19. Coincidences to get characters into trouble are great; coincidences to get them out of it are cheating.
  20. Exercise: take the building blocks of a movie you dislike. How d’you rearrange them into what you DO like?
  21. You gotta identify with your situation/characters, can’t just write ‘cool’. What would make YOU act that way?
  22. What’s the essence of your story? Most economical telling of it? If you know that, you can build out from there.

They’ve also created a free storytelling class you can take on Khan Academy, and there’s a book where someone compiled all the information. It’s really just a very well thought out approach, which is why audiences know they can depend on it. What’s really awesome is that you can see how it applies to all kinds of stories so it doesn’t feel too formulaic.

Carly: So Pixar has a beautifully simple story structure that they call, Story Spine. Like 3 act structure, no one came up with this structure; it was observed from analyzing the history of stories. What’s neat about this structure, though, is that it can be summarized almost like a fairy tale, which is, of course, very Pixar/Disney.

It breaks down into:

  • Once upon a time there was ___.
  • Every day, ___.
  • One day ___.
  • Because of that, ___.
  • Because of that, ___.
  • Until finally ___.
  • And ever since that day, ___.

How that breaks down for Up:

  • Once upon a time there was an old man that missed his wife.
  • Every day, he thought of their dreams to travel to Paradise Falls.
  • One day he was evicted from his home.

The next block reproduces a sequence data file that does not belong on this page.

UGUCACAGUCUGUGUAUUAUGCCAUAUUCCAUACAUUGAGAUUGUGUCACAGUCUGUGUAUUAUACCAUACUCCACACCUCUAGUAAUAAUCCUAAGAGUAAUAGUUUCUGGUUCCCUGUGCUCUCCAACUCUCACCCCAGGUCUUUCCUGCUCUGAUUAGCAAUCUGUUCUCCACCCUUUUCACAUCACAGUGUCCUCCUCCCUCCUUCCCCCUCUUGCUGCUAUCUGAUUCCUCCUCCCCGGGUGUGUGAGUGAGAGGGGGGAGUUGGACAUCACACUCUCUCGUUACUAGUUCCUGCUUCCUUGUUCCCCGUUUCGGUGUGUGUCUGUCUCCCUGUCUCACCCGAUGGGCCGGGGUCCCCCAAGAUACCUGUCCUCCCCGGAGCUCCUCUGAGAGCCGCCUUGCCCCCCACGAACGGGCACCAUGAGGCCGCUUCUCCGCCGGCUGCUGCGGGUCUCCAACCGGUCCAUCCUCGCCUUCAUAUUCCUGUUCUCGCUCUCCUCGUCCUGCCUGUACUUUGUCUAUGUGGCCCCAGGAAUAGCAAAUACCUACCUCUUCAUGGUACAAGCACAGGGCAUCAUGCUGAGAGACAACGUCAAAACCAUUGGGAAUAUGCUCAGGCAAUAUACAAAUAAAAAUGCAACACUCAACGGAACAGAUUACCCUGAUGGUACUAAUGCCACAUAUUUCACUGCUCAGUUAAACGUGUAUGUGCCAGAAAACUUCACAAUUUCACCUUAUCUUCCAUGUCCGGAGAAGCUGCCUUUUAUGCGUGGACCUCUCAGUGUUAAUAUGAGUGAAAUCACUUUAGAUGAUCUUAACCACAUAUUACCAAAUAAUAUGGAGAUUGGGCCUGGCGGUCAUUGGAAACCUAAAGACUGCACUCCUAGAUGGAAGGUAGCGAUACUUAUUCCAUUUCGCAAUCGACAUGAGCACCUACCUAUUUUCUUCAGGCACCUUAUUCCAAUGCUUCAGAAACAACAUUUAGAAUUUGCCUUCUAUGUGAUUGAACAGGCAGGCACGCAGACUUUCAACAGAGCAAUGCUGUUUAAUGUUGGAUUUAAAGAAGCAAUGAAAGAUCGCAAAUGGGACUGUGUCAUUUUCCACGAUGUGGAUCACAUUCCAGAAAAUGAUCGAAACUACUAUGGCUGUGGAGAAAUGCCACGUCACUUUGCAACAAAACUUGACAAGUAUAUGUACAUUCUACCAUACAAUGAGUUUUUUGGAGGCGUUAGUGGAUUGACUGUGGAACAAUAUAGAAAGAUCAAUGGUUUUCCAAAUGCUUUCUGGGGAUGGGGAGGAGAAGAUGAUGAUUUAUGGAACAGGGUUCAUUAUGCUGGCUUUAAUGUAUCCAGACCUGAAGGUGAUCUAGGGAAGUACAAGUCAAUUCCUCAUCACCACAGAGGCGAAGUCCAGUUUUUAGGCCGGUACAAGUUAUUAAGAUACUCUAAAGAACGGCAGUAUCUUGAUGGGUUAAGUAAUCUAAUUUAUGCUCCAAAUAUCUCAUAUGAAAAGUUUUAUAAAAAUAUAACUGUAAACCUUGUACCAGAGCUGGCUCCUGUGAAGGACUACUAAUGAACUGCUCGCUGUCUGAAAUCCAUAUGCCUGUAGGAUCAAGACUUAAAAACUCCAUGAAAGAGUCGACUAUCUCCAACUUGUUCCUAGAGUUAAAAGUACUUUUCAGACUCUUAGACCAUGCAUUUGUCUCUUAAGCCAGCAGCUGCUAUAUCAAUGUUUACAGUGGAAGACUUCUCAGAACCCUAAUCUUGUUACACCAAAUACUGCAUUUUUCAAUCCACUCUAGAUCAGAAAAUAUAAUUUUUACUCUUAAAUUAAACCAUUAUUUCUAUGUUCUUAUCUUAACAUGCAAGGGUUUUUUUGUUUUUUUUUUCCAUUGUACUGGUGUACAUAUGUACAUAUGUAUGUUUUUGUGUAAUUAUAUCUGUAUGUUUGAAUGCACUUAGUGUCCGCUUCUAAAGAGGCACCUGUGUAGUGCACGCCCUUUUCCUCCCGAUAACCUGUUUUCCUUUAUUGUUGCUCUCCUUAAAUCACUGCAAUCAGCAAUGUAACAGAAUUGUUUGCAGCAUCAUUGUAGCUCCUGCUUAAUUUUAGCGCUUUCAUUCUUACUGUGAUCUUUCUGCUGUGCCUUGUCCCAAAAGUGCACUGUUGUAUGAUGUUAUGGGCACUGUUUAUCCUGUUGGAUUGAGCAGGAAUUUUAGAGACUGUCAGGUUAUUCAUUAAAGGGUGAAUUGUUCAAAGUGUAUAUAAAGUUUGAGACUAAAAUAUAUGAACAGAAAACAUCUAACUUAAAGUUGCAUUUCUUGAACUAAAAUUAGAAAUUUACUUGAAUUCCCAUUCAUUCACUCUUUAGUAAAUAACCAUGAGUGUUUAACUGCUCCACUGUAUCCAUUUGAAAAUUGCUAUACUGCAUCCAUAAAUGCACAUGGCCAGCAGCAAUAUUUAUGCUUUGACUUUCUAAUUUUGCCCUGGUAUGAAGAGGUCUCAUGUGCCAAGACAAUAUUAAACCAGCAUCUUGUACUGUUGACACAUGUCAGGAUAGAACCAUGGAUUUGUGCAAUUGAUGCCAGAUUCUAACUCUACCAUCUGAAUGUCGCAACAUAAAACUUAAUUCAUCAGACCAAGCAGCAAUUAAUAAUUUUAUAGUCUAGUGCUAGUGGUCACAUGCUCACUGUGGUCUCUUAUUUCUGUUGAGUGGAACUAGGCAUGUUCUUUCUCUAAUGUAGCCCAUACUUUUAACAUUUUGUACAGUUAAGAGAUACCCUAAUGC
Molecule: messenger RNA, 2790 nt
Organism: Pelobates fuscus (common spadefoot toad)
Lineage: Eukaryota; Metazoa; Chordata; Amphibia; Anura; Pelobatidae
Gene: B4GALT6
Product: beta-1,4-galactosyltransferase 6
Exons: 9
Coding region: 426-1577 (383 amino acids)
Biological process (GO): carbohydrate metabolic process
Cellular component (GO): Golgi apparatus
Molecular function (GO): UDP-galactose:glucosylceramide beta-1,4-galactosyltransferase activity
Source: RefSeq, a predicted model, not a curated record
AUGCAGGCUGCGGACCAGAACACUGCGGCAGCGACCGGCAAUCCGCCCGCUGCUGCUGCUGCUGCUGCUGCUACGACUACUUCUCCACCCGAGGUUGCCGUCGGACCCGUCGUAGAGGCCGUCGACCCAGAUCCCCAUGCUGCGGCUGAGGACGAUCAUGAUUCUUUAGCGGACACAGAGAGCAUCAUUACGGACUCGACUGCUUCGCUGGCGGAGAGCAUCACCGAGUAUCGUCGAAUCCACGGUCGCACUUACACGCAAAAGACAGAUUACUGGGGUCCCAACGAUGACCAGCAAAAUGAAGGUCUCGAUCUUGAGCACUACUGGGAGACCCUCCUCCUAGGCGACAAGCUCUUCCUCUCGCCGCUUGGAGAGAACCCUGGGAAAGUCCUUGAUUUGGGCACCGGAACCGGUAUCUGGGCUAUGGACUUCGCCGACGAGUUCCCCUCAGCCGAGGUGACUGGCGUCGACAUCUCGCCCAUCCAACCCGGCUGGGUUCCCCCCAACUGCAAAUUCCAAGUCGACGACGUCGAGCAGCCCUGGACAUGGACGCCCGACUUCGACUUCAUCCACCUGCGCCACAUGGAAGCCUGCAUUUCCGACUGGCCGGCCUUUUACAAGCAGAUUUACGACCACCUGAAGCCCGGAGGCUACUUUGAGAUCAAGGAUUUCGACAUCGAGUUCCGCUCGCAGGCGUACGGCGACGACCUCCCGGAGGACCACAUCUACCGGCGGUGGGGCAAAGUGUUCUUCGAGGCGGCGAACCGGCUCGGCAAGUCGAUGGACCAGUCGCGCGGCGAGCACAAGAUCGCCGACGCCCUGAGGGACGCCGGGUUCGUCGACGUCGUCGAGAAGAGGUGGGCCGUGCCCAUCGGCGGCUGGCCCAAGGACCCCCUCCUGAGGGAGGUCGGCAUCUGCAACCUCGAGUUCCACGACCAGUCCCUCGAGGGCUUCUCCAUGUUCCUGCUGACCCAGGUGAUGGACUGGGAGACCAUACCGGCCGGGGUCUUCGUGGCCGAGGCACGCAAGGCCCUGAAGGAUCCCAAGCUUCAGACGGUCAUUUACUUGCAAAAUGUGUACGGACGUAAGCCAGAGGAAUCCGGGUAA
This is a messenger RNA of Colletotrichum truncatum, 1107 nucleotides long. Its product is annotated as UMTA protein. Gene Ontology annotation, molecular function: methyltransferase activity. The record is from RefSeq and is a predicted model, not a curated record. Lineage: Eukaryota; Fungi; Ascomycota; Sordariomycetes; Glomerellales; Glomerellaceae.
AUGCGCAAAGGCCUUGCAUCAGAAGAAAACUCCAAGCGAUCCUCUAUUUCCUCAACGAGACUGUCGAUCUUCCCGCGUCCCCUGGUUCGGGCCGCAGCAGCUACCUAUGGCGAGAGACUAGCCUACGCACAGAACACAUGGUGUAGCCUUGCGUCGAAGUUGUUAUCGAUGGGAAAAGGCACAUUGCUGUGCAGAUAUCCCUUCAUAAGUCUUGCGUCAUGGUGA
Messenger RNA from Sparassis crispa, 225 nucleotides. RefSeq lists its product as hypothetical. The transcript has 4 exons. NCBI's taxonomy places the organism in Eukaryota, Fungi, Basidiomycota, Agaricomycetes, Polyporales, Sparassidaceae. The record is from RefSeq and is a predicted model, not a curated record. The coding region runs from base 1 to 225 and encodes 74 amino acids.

• Because of that, he attached balloons to his house and flew it to Paradise Falls with an unexpected stowaway.
  • Because of that, he lands too far from Paradise Falls and must walk his house there with Russel’s help and the help of Dug.
  • Because of that, they find a bird named Kevin and are confronted by the antagonist who captures Kevin and Russell.
  • Until finally he lets go of his past to save his friends.
  • And ever since that day, he and Russell form a bond and he steps in as a grandfatherly figure.

Jeni: This is actually just another way of looking at three act structure. So for those familiar with three act structure, it breaks down like this

Act 1: introduce characters, story and understand where story is going

  • once upon a time, we meet protagonist
  • every day, story setting
  • until one day (the inciting incident)

Act 2: have main character choose and act while overcoming obstacles towards a goal

  • Because of that (conflict)
  • Because of that (conflict)

Act 3: have character meet final challenge and resolve the story

  • Until finally (climax)
  • And ever since that day (denouement)

Carly: You can use this to plan a new story or when you’re editing to make sure your main character has agency and your story is building on itself. Whether you’re a pantser or a plotter, structure is important to know and implement. If you are a plotter writing out this structure will help you to create an outline and keep your manuscript moving as you intend. But if you’re a pantser or someone that likes to let the story come to them as they write, it is still very important. Your pacing will lag if you don’t take structure into consideration. So your first round of editing should be checking that your draft aligns itself well with 3 or 4 act structure. As you look into each of these types of structure, you can find all sorts of breakdowns that show you at what percentage of your book you should be hitting them. This structure keeps your story moving and keeps readers interested. You may find you’ve even done it unintentionally because this structure is so ingrained in the media we all encounter. Don’t fear this tool as being predictable or boring, it’s what makes a compelling story. Without it readers often lose interest.